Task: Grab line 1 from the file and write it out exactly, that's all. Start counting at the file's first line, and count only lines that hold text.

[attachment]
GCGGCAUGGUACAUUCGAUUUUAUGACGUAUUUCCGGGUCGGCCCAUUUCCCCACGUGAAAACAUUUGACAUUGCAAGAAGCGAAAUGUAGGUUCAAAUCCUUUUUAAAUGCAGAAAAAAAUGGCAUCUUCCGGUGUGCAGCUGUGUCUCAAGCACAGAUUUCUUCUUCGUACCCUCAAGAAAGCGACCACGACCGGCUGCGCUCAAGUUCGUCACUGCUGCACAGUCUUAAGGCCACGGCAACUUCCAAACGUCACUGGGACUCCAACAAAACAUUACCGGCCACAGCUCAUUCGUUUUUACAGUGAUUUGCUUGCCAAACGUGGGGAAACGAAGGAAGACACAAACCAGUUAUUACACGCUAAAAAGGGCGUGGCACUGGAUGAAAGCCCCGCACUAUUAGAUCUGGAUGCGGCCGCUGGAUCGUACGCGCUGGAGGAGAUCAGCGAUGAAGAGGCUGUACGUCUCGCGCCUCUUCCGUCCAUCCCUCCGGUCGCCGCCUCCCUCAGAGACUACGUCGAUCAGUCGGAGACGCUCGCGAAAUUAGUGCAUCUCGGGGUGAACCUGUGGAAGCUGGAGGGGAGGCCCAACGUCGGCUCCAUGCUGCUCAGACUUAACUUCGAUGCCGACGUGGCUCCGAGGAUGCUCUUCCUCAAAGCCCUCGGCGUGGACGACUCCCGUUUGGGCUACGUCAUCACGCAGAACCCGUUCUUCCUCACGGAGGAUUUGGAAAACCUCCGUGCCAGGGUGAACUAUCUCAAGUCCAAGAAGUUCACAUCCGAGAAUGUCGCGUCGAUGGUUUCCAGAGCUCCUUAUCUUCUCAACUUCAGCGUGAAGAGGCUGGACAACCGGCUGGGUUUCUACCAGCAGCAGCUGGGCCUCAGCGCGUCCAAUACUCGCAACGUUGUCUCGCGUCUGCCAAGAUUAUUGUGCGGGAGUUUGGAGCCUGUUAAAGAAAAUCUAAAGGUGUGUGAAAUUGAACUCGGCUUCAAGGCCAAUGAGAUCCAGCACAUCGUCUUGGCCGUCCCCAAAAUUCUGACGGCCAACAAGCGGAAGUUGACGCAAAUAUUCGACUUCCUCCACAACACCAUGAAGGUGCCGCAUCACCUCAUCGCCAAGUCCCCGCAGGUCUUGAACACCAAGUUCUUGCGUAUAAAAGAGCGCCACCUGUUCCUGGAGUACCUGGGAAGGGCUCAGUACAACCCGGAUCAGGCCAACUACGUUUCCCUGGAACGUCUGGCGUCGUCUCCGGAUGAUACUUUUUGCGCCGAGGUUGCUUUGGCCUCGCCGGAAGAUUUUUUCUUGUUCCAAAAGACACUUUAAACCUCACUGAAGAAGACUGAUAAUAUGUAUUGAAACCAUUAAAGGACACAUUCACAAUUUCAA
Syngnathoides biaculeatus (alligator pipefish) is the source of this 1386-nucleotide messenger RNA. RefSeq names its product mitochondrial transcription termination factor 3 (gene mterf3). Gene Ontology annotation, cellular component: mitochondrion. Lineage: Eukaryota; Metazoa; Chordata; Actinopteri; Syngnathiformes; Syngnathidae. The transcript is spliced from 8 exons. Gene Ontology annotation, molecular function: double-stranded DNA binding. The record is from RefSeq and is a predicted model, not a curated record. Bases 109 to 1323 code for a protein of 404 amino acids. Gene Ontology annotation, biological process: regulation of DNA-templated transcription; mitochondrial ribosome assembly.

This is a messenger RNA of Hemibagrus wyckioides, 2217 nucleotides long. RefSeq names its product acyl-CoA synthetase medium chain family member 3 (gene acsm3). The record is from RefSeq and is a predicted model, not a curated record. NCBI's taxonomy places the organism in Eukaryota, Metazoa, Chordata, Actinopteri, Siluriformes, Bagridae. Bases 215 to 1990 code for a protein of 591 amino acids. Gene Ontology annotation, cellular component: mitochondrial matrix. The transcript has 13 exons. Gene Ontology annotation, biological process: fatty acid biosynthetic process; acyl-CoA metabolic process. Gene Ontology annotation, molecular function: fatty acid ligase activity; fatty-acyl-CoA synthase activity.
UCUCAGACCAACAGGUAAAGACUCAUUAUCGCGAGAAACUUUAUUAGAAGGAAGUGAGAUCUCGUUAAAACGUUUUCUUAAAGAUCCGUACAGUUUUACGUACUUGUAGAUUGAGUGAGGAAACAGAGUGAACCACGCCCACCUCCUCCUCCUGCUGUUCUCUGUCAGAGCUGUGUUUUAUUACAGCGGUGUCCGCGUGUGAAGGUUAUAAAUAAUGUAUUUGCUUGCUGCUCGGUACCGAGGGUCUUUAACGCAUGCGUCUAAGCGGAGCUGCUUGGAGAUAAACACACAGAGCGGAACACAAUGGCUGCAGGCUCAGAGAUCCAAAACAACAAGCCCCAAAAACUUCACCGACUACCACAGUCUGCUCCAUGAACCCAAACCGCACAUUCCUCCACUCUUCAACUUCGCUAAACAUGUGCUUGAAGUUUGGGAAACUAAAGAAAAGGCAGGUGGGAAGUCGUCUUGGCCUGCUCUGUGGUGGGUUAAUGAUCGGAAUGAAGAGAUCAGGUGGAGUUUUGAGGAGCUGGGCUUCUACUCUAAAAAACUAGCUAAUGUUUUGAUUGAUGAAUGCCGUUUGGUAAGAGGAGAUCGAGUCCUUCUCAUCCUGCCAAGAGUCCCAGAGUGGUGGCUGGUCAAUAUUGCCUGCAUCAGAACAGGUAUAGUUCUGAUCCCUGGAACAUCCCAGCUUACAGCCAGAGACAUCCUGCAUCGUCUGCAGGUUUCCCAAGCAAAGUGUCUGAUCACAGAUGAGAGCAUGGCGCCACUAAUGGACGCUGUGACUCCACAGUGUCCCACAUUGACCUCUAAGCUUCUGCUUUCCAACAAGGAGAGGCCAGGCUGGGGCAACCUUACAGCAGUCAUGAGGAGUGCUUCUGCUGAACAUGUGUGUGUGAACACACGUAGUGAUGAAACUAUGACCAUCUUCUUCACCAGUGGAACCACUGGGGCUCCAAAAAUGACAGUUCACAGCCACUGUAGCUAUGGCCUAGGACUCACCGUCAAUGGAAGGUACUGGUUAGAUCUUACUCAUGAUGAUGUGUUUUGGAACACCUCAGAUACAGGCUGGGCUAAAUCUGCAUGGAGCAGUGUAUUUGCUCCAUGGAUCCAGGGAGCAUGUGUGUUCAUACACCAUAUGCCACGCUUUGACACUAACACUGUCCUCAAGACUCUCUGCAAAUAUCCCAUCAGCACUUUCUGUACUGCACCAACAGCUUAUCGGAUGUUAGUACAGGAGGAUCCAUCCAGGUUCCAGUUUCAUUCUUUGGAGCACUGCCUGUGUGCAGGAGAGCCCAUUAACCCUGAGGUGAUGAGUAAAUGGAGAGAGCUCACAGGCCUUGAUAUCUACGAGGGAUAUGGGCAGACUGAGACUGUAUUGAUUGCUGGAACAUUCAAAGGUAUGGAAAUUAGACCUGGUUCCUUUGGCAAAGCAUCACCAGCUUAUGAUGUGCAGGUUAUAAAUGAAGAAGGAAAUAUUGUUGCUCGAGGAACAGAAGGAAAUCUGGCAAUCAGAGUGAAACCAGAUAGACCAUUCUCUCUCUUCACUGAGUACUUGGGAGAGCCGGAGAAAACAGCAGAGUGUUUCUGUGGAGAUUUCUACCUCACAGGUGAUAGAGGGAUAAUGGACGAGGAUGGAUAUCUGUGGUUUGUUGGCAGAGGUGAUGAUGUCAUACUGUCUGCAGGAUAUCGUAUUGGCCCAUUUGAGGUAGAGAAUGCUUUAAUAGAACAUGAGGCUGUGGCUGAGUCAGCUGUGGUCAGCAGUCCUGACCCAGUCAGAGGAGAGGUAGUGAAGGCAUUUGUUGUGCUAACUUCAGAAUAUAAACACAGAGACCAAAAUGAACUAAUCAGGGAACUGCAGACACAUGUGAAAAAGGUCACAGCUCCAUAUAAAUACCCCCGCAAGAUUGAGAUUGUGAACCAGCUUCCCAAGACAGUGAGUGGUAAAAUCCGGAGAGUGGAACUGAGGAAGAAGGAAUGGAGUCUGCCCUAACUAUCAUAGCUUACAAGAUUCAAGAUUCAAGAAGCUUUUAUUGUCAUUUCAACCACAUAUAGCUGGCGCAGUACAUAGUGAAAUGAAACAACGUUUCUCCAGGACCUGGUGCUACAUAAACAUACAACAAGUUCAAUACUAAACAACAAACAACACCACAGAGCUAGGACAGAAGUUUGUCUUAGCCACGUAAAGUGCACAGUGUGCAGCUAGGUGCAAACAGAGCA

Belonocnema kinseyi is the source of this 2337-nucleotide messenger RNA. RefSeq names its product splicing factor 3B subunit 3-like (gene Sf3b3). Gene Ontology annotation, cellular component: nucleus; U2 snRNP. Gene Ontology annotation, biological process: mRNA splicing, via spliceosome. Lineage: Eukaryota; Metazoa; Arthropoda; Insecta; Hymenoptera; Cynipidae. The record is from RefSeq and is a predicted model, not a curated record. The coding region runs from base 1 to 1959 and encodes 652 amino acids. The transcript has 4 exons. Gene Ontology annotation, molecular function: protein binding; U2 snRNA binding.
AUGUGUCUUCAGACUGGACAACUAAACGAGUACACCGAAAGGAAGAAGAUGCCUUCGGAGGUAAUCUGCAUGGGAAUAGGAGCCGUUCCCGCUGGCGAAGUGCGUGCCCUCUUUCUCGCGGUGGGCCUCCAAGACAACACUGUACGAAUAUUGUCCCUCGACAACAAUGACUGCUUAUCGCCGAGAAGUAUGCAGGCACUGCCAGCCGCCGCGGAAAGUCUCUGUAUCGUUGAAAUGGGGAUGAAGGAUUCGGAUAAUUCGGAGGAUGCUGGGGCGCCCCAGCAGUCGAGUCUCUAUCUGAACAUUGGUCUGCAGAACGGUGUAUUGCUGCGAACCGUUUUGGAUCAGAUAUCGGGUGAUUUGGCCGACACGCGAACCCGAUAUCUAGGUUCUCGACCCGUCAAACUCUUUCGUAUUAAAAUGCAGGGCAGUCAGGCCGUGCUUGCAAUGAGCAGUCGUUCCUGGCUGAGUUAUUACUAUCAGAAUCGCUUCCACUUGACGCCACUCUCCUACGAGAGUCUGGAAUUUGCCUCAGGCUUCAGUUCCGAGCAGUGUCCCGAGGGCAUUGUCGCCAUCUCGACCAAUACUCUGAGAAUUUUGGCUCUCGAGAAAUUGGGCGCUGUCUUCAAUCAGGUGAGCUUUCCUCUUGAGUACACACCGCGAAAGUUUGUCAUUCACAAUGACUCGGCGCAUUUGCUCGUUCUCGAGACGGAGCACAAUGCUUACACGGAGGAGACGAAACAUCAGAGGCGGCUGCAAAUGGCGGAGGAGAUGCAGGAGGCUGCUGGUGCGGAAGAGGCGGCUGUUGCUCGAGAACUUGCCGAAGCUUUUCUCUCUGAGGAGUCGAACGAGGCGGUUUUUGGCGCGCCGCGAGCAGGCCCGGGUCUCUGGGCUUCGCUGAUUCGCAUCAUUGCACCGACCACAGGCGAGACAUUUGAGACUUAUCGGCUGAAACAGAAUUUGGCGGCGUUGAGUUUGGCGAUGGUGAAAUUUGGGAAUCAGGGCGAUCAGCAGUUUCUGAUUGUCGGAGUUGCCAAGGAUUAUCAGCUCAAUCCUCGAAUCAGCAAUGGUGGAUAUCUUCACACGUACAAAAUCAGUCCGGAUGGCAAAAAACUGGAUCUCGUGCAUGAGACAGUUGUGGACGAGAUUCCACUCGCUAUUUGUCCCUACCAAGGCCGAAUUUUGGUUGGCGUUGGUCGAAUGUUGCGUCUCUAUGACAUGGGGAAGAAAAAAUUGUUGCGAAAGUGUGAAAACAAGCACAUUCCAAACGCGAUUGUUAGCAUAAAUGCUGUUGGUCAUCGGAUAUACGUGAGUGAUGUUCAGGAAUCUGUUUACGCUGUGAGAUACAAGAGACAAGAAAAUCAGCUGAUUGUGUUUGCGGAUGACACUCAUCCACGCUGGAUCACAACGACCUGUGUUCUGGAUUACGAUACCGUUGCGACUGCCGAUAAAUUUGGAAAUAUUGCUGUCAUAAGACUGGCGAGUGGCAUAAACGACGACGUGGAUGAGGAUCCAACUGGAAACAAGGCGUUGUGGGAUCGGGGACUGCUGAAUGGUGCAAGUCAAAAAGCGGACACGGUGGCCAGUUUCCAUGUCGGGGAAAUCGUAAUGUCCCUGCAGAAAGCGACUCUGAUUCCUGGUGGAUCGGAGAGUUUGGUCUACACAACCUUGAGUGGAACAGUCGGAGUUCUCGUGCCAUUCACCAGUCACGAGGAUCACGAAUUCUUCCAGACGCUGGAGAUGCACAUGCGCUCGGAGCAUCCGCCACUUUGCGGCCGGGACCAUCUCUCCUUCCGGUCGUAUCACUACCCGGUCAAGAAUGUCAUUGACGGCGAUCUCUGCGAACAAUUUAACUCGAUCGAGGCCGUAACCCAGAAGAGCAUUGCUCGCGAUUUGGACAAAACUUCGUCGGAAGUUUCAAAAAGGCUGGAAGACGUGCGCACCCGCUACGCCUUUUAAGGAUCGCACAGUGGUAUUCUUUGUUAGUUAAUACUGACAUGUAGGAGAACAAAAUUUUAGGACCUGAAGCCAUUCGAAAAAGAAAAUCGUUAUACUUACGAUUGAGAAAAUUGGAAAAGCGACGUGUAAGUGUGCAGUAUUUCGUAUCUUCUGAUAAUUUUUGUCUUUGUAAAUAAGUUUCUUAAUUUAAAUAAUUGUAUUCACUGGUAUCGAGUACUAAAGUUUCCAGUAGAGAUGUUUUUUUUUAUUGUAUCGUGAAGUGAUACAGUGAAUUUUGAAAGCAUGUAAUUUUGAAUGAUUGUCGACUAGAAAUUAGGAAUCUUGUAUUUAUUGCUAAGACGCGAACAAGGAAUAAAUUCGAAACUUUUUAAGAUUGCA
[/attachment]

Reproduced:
GCGGCAUGGUACAUUCGAUUUUAUGACGUAUUUCCGGGUCGGCCCAUUUCCCCACGUGAAAACAUUUGACAUUGCAAGAAGCGAAAUGUAGGUUCAAAUCCUUUUUAAAUGCAGAAAAAAAUGGCAUCUUCCGGUGUGCAGCUGUGUCUCAAGCACAGAUUUCUUCUUCGUACCCUCAAGAAAGCGACCACGACCGGCUGCGCUCAAGUUCGUCACUGCUGCACAGUCUUAAGGCCACGGCAACUUCCAAACGUCACUGGGACUCCAACAAAACAUUACCGGCCACAGCUCAUUCGUUUUUACAGUGAUUUGCUUGCCAAACGUGGGGAAACGAAGGAAGACACAAACCAGUUAUUACACGCUAAAAAGGGCGUGGCACUGGAUGAAAGCCCCGCACUAUUAGAUCUGGAUGCGGCCGCUGGAUCGUACGCGCUGGAGGAGAUCAGCGAUGAAGAGGCUGUACGUCUCGCGCCUCUUCCGUCCAUCCCUCCGGUCGCCGCCUCCCUCAGAGACUACGUCGAUCAGUCGGAGACGCUCGCGAAAUUAGUGCAUCUCGGGGUGAACCUGUGGAAGCUGGAGGGGAGGCCCAACGUCGGCUCCAUGCUGCUCAGACUUAACUUCGAUGCCGACGUGGCUCCGAGGAUGCUCUUCCUCAAAGCCCUCGGCGUGGACGACUCCCGUUUGGGCUACGUCAUCACGCAGAACCCGUUCUUCCUCACGGAGGAUUUGGAAAACCUCCGUGCCAGGGUGAACUAUCUCAAGUCCAAGAAGUUCACAUCCGAGAAUGUCGCGUCGAUGGUUUCCAGAGCUCCUUAUCUUCUCAACUUCAGCGUGAAGAGGCUGGACAACCGGCUGGGUUUCUACCAGCAGCAGCUGGGCCUCAGCGCGUCCAAUACUCGCAACGUUGUCUCGCGUCUGCCAAGAUUAUUGUGCGGGAGUUUGGAGCCUGUUAAAGAAAAUCUAAAGGUGUGUGAAAUUGAACUCGGCUUCAAGGCCAAUGAGAUCCAGCACAUCGUCUUGGCCGUCCCCAAAAUUCUGACGGCCAACAAGCGGAAGUUGACGCAAAUAUUCGACUUCCUCCACAACACCAUGAAGGUGCCGCAUCACCUCAUCGCCAAGUCCCCGCAGGUCUUGAACACCAAGUUCUUGCGUAUAAAAGAGCGCCACCUGUUCCUGGAGUACCUGGGAAGGGCUCAGUACAACCCGGAUCAGGCCAACUACGUUUCCCUGGAACGUCUGGCGUCGUCUCCGGAUGAUACUUUUUGCGCCGAGGUUGCUUUGGCCUCGCCGGAAGAUUUUUUCUUGUUCCAAAAGACACUUUAAACCUCACUGAAGAAGACUGAUAAUAUGUAUUGAAACCAUUAAAGGACACAUUCACAAUUUCAA